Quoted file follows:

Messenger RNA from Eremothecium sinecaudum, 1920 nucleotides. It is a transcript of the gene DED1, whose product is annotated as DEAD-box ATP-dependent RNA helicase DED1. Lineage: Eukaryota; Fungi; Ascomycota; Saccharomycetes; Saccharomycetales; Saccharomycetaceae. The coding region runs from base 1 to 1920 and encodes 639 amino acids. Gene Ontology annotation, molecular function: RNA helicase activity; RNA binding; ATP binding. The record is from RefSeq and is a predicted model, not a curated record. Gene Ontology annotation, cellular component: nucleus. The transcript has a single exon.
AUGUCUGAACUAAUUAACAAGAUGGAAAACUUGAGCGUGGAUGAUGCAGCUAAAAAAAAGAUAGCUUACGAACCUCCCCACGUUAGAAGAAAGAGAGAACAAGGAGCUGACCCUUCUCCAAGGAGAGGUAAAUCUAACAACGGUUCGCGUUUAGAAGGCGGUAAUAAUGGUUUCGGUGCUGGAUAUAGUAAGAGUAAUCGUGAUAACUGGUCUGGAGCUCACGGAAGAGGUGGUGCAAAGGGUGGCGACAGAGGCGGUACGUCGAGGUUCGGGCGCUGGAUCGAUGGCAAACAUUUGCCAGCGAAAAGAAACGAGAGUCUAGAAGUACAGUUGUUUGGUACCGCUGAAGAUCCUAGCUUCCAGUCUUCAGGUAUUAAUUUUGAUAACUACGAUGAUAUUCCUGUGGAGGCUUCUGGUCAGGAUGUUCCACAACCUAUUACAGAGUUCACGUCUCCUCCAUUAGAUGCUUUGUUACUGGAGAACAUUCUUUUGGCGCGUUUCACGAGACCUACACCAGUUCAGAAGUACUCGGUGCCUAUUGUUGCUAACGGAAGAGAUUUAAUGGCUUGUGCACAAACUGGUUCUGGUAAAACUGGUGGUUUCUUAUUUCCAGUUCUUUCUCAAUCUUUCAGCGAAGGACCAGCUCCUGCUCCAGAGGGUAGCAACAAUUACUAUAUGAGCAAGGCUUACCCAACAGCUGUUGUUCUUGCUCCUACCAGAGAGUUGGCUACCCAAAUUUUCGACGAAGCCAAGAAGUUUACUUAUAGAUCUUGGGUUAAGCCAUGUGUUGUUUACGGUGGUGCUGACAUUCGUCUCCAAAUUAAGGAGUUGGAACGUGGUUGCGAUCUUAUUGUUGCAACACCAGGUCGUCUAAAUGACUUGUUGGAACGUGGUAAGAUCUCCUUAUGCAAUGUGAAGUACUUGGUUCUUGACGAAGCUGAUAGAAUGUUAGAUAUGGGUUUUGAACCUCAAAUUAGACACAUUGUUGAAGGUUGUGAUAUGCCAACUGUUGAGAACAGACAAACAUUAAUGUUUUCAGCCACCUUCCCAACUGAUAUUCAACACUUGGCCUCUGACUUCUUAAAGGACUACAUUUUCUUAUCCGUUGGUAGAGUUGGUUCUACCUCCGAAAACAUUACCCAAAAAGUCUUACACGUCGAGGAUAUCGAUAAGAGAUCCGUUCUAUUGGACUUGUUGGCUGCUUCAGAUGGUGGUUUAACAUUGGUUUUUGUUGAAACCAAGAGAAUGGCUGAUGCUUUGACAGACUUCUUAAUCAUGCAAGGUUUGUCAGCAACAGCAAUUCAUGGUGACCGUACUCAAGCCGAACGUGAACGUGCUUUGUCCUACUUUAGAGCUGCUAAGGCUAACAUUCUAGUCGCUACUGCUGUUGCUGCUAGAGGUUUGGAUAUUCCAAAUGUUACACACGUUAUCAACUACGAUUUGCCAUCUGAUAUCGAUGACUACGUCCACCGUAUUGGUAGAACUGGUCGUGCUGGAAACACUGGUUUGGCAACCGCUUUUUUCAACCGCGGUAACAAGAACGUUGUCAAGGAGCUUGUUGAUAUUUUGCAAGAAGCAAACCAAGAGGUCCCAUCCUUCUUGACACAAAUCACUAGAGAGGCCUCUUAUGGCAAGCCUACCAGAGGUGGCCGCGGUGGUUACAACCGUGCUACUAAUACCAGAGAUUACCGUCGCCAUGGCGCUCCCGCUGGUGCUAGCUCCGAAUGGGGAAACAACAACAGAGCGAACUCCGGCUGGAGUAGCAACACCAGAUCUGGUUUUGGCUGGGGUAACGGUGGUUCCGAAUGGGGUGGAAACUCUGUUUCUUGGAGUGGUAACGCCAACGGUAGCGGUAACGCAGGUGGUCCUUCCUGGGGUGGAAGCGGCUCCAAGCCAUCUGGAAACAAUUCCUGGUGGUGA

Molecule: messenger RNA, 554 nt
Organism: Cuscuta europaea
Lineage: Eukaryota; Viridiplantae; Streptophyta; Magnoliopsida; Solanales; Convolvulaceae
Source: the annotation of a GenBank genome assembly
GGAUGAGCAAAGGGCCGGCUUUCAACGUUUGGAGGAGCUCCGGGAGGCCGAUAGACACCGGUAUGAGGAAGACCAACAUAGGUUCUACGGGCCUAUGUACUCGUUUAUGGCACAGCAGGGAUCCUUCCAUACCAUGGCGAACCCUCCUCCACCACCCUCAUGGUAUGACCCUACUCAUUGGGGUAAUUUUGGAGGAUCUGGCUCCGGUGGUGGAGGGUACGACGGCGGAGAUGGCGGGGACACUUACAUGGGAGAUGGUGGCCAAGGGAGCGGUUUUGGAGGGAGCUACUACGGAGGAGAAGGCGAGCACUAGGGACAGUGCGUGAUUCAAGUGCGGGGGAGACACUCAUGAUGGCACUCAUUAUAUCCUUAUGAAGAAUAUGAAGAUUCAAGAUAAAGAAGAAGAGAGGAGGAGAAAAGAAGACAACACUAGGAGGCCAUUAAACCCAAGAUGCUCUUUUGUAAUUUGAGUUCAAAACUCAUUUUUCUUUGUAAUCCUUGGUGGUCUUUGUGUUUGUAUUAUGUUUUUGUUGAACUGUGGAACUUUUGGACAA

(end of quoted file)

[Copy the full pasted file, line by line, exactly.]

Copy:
Messenger RNA from Eremothecium sinecaudum, 1920 nucleotides. It is a transcript of the gene DED1, whose product is annotated as DEAD-box ATP-dependent RNA helicase DED1. Lineage: Eukaryota; Fungi; Ascomycota; Saccharomycetes; Saccharomycetales; Saccharomycetaceae. The coding region runs from base 1 to 1920 and encodes 639 amino acids. Gene Ontology annotation, molecular function: RNA helicase activity; RNA binding; ATP binding. The record is from RefSeq and is a predicted model, not a curated record. Gene Ontology annotation, cellular component: nucleus. The transcript has a single exon.
AUGUCUGAACUAAUUAACAAGAUGGAAAACUUGAGCGUGGAUGAUGCAGCUAAAAAAAAGAUAGCUUACGAACCUCCCCACGUUAGAAGAAAGAGAGAACAAGGAGCUGACCCUUCUCCAAGGAGAGGUAAAUCUAACAACGGUUCGCGUUUAGAAGGCGGUAAUAAUGGUUUCGGUGCUGGAUAUAGUAAGAGUAAUCGUGAUAACUGGUCUGGAGCUCACGGAAGAGGUGGUGCAAAGGGUGGCGACAGAGGCGGUACGUCGAGGUUCGGGCGCUGGAUCGAUGGCAAACAUUUGCCAGCGAAAAGAAACGAGAGUCUAGAAGUACAGUUGUUUGGUACCGCUGAAGAUCCUAGCUUCCAGUCUUCAGGUAUUAAUUUUGAUAACUACGAUGAUAUUCCUGUGGAGGCUUCUGGUCAGGAUGUUCCACAACCUAUUACAGAGUUCACGUCUCCUCCAUUAGAUGCUUUGUUACUGGAGAACAUUCUUUUGGCGCGUUUCACGAGACCUACACCAGUUCAGAAGUACUCGGUGCCUAUUGUUGCUAACGGAAGAGAUUUAAUGGCUUGUGCACAAACUGGUUCUGGUAAAACUGGUGGUUUCUUAUUUCCAGUUCUUUCUCAAUCUUUCAGCGAAGGACCAGCUCCUGCUCCAGAGGGUAGCAACAAUUACUAUAUGAGCAAGGCUUACCCAACAGCUGUUGUUCUUGCUCCUACCAGAGAGUUGGCUACCCAAAUUUUCGACGAAGCCAAGAAGUUUACUUAUAGAUCUUGGGUUAAGCCAUGUGUUGUUUACGGUGGUGCUGACAUUCGUCUCCAAAUUAAGGAGUUGGAACGUGGUUGCGAUCUUAUUGUUGCAACACCAGGUCGUCUAAAUGACUUGUUGGAACGUGGUAAGAUCUCCUUAUGCAAUGUGAAGUACUUGGUUCUUGACGAAGCUGAUAGAAUGUUAGAUAUGGGUUUUGAACCUCAAAUUAGACACAUUGUUGAAGGUUGUGAUAUGCCAACUGUUGAGAACAGACAAACAUUAAUGUUUUCAGCCACCUUCCCAACUGAUAUUCAACACUUGGCCUCUGACUUCUUAAAGGACUACAUUUUCUUAUCCGUUGGUAGAGUUGGUUCUACCUCCGAAAACAUUACCCAAAAAGUCUUACACGUCGAGGAUAUCGAUAAGAGAUCCGUUCUAUUGGACUUGUUGGCUGCUUCAGAUGGUGGUUUAACAUUGGUUUUUGUUGAAACCAAGAGAAUGGCUGAUGCUUUGACAGACUUCUUAAUCAUGCAAGGUUUGUCAGCAACAGCAAUUCAUGGUGACCGUACUCAAGCCGAACGUGAACGUGCUUUGUCCUACUUUAGAGCUGCUAAGGCUAACAUUCUAGUCGCUACUGCUGUUGCUGCUAGAGGUUUGGAUAUUCCAAAUGUUACACACGUUAUCAACUACGAUUUGCCAUCUGAUAUCGAUGACUACGUCCACCGUAUUGGUAGAACUGGUCGUGCUGGAAACACUGGUUUGGCAACCGCUUUUUUCAACCGCGGUAACAAGAACGUUGUCAAGGAGCUUGUUGAUAUUUUGCAAGAAGCAAACCAAGAGGUCCCAUCCUUCUUGACACAAAUCACUAGAGAGGCCUCUUAUGGCAAGCCUACCAGAGGUGGCCGCGGUGGUUACAACCGUGCUACUAAUACCAGAGAUUACCGUCGCCAUGGCGCUCCCGCUGGUGCUAGCUCCGAAUGGGGAAACAACAACAGAGCGAACUCCGGCUGGAGUAGCAACACCAGAUCUGGUUUUGGCUGGGGUAACGGUGGUUCCGAAUGGGGUGGAAACUCUGUUUCUUGGAGUGGUAACGCCAACGGUAGCGGUAACGCAGGUGGUCCUUCCUGGGGUGGAAGCGGCUCCAAGCCAUCUGGAAACAAUUCCUGGUGGUGA

Molecule: messenger RNA, 554 nt
Organism: Cuscuta europaea
Lineage: Eukaryota; Viridiplantae; Streptophyta; Magnoliopsida; Solanales; Convolvulaceae
Source: the annotation of a GenBank genome assembly
GGAUGAGCAAAGGGCCGGCUUUCAACGUUUGGAGGAGCUCCGGGAGGCCGAUAGACACCGGUAUGAGGAAGACCAACAUAGGUUCUACGGGCCUAUGUACUCGUUUAUGGCACAGCAGGGAUCCUUCCAUACCAUGGCGAACCCUCCUCCACCACCCUCAUGGUAUGACCCUACUCAUUGGGGUAAUUUUGGAGGAUCUGGCUCCGGUGGUGGAGGGUACGACGGCGGAGAUGGCGGGGACACUUACAUGGGAGAUGGUGGCCAAGGGAGCGGUUUUGGAGGGAGCUACUACGGAGGAGAAGGCGAGCACUAGGGACAGUGCGUGAUUCAAGUGCGGGGGAGACACUCAUGAUGGCACUCAUUAUAUCCUUAUGAAGAAUAUGAAGAUUCAAGAUAAAGAAGAAGAGAGGAGGAGAAAAGAAGACAACACUAGGAGGCCAUUAAACCCAAGAUGCUCUUUUGUAAUUUGAGUUCAAAACUCAUUUUUCUUUGUAAUCCUUGGUGGUCUUUGUGUUUGUAUUAUGUUUUUGUUGAACUGUGGAACUUUUGGACAA